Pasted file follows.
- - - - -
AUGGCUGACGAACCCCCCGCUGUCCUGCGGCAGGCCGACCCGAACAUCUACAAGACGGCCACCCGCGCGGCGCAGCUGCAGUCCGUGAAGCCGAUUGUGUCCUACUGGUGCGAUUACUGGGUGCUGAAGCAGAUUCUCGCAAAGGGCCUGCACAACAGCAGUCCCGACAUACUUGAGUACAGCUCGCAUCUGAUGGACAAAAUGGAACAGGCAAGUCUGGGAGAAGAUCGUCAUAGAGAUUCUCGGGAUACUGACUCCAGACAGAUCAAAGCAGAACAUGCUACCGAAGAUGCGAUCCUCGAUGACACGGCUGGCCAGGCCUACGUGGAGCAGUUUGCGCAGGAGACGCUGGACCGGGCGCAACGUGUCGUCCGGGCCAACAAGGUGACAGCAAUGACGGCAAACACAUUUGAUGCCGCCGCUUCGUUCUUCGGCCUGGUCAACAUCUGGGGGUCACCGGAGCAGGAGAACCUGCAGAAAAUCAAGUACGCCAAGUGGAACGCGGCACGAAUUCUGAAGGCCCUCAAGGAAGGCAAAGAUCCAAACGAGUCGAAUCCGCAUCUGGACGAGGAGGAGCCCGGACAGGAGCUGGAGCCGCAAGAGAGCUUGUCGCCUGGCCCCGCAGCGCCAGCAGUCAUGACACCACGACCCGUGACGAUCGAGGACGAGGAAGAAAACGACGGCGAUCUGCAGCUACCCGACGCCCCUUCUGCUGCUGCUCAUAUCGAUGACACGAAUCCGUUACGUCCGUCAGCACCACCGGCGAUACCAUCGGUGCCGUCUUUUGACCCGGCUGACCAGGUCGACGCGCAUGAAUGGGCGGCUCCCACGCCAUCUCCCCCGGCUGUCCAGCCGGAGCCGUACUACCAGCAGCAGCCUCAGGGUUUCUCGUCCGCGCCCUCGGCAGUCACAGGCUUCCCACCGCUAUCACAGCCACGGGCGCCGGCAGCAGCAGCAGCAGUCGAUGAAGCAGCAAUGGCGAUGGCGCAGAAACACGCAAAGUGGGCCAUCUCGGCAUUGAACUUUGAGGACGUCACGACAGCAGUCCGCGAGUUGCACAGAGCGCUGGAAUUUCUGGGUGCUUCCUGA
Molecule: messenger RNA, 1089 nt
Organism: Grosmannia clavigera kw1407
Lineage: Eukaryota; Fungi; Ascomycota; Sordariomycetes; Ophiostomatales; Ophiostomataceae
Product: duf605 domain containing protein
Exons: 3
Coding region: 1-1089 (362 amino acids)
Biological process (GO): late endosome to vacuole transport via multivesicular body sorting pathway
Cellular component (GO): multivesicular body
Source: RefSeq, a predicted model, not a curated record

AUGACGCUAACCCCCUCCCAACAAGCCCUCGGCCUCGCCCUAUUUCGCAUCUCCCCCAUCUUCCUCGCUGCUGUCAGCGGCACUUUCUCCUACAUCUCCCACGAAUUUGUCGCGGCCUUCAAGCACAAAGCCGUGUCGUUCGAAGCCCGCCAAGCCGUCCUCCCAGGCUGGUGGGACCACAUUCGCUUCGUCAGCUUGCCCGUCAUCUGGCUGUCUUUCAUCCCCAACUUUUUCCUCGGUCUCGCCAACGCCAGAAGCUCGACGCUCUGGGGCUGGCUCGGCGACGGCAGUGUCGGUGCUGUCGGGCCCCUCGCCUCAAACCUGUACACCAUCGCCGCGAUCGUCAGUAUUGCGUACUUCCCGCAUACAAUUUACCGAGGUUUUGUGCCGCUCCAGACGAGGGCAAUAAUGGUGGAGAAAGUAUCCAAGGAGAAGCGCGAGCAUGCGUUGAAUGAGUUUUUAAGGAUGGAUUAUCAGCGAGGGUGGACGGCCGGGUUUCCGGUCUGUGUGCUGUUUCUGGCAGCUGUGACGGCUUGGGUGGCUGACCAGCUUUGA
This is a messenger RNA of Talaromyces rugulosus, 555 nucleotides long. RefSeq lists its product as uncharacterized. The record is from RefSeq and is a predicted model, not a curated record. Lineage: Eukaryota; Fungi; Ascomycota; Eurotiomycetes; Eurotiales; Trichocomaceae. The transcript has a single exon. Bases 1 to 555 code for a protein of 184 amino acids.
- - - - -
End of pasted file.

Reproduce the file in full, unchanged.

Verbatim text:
AUGGCUGACGAACCCCCCGCUGUCCUGCGGCAGGCCGACCCGAACAUCUACAAGACGGCCACCCGCGCGGCGCAGCUGCAGUCCGUGAAGCCGAUUGUGUCCUACUGGUGCGAUUACUGGGUGCUGAAGCAGAUUCUCGCAAAGGGCCUGCACAACAGCAGUCCCGACAUACUUGAGUACAGCUCGCAUCUGAUGGACAAAAUGGAACAGGCAAGUCUGGGAGAAGAUCGUCAUAGAGAUUCUCGGGAUACUGACUCCAGACAGAUCAAAGCAGAACAUGCUACCGAAGAUGCGAUCCUCGAUGACACGGCUGGCCAGGCCUACGUGGAGCAGUUUGCGCAGGAGACGCUGGACCGGGCGCAACGUGUCGUCCGGGCCAACAAGGUGACAGCAAUGACGGCAAACACAUUUGAUGCCGCCGCUUCGUUCUUCGGCCUGGUCAACAUCUGGGGGUCACCGGAGCAGGAGAACCUGCAGAAAAUCAAGUACGCCAAGUGGAACGCGGCACGAAUUCUGAAGGCCCUCAAGGAAGGCAAAGAUCCAAACGAGUCGAAUCCGCAUCUGGACGAGGAGGAGCCCGGACAGGAGCUGGAGCCGCAAGAGAGCUUGUCGCCUGGCCCCGCAGCGCCAGCAGUCAUGACACCACGACCCGUGACGAUCGAGGACGAGGAAGAAAACGACGGCGAUCUGCAGCUACCCGACGCCCCUUCUGCUGCUGCUCAUAUCGAUGACACGAAUCCGUUACGUCCGUCAGCACCACCGGCGAUACCAUCGGUGCCGUCUUUUGACCCGGCUGACCAGGUCGACGCGCAUGAAUGGGCGGCUCCCACGCCAUCUCCCCCGGCUGUCCAGCCGGAGCCGUACUACCAGCAGCAGCCUCAGGGUUUCUCGUCCGCGCCCUCGGCAGUCACAGGCUUCCCACCGCUAUCACAGCCACGGGCGCCGGCAGCAGCAGCAGCAGUCGAUGAAGCAGCAAUGGCGAUGGCGCAGAAACACGCAAAGUGGGCCAUCUCGGCAUUGAACUUUGAGGACGUCACGACAGCAGUCCGCGAGUUGCACAGAGCGCUGGAAUUUCUGGGUGCUUCCUGA
Molecule: messenger RNA, 1089 nt
Organism: Grosmannia clavigera kw1407
Lineage: Eukaryota; Fungi; Ascomycota; Sordariomycetes; Ophiostomatales; Ophiostomataceae
Product: duf605 domain containing protein
Exons: 3
Coding region: 1-1089 (362 amino acids)
Biological process (GO): late endosome to vacuole transport via multivesicular body sorting pathway
Cellular component (GO): multivesicular body
Source: RefSeq, a predicted model, not a curated record

AUGACGCUAACCCCCUCCCAACAAGCCCUCGGCCUCGCCCUAUUUCGCAUCUCCCCCAUCUUCCUCGCUGCUGUCAGCGGCACUUUCUCCUACAUCUCCCACGAAUUUGUCGCGGCCUUCAAGCACAAAGCCGUGUCGUUCGAAGCCCGCCAAGCCGUCCUCCCAGGCUGGUGGGACCACAUUCGCUUCGUCAGCUUGCCCGUCAUCUGGCUGUCUUUCAUCCCCAACUUUUUCCUCGGUCUCGCCAACGCCAGAAGCUCGACGCUCUGGGGCUGGCUCGGCGACGGCAGUGUCGGUGCUGUCGGGCCCCUCGCCUCAAACCUGUACACCAUCGCCGCGAUCGUCAGUAUUGCGUACUUCCCGCAUACAAUUUACCGAGGUUUUGUGCCGCUCCAGACGAGGGCAAUAAUGGUGGAGAAAGUAUCCAAGGAGAAGCGCGAGCAUGCGUUGAAUGAGUUUUUAAGGAUGGAUUAUCAGCGAGGGUGGACGGCCGGGUUUCCGGUCUGUGUGCUGUUUCUGGCAGCUGUGACGGCUUGGGUGGCUGACCAGCUUUGA
This is a messenger RNA of Talaromyces rugulosus, 555 nucleotides long. RefSeq lists its product as uncharacterized. The record is from RefSeq and is a predicted model, not a curated record. Lineage: Eukaryota; Fungi; Ascomycota; Eurotiomycetes; Eurotiales; Trichocomaceae. The transcript has a single exon. Bases 1 to 555 code for a protein of 184 amino acids.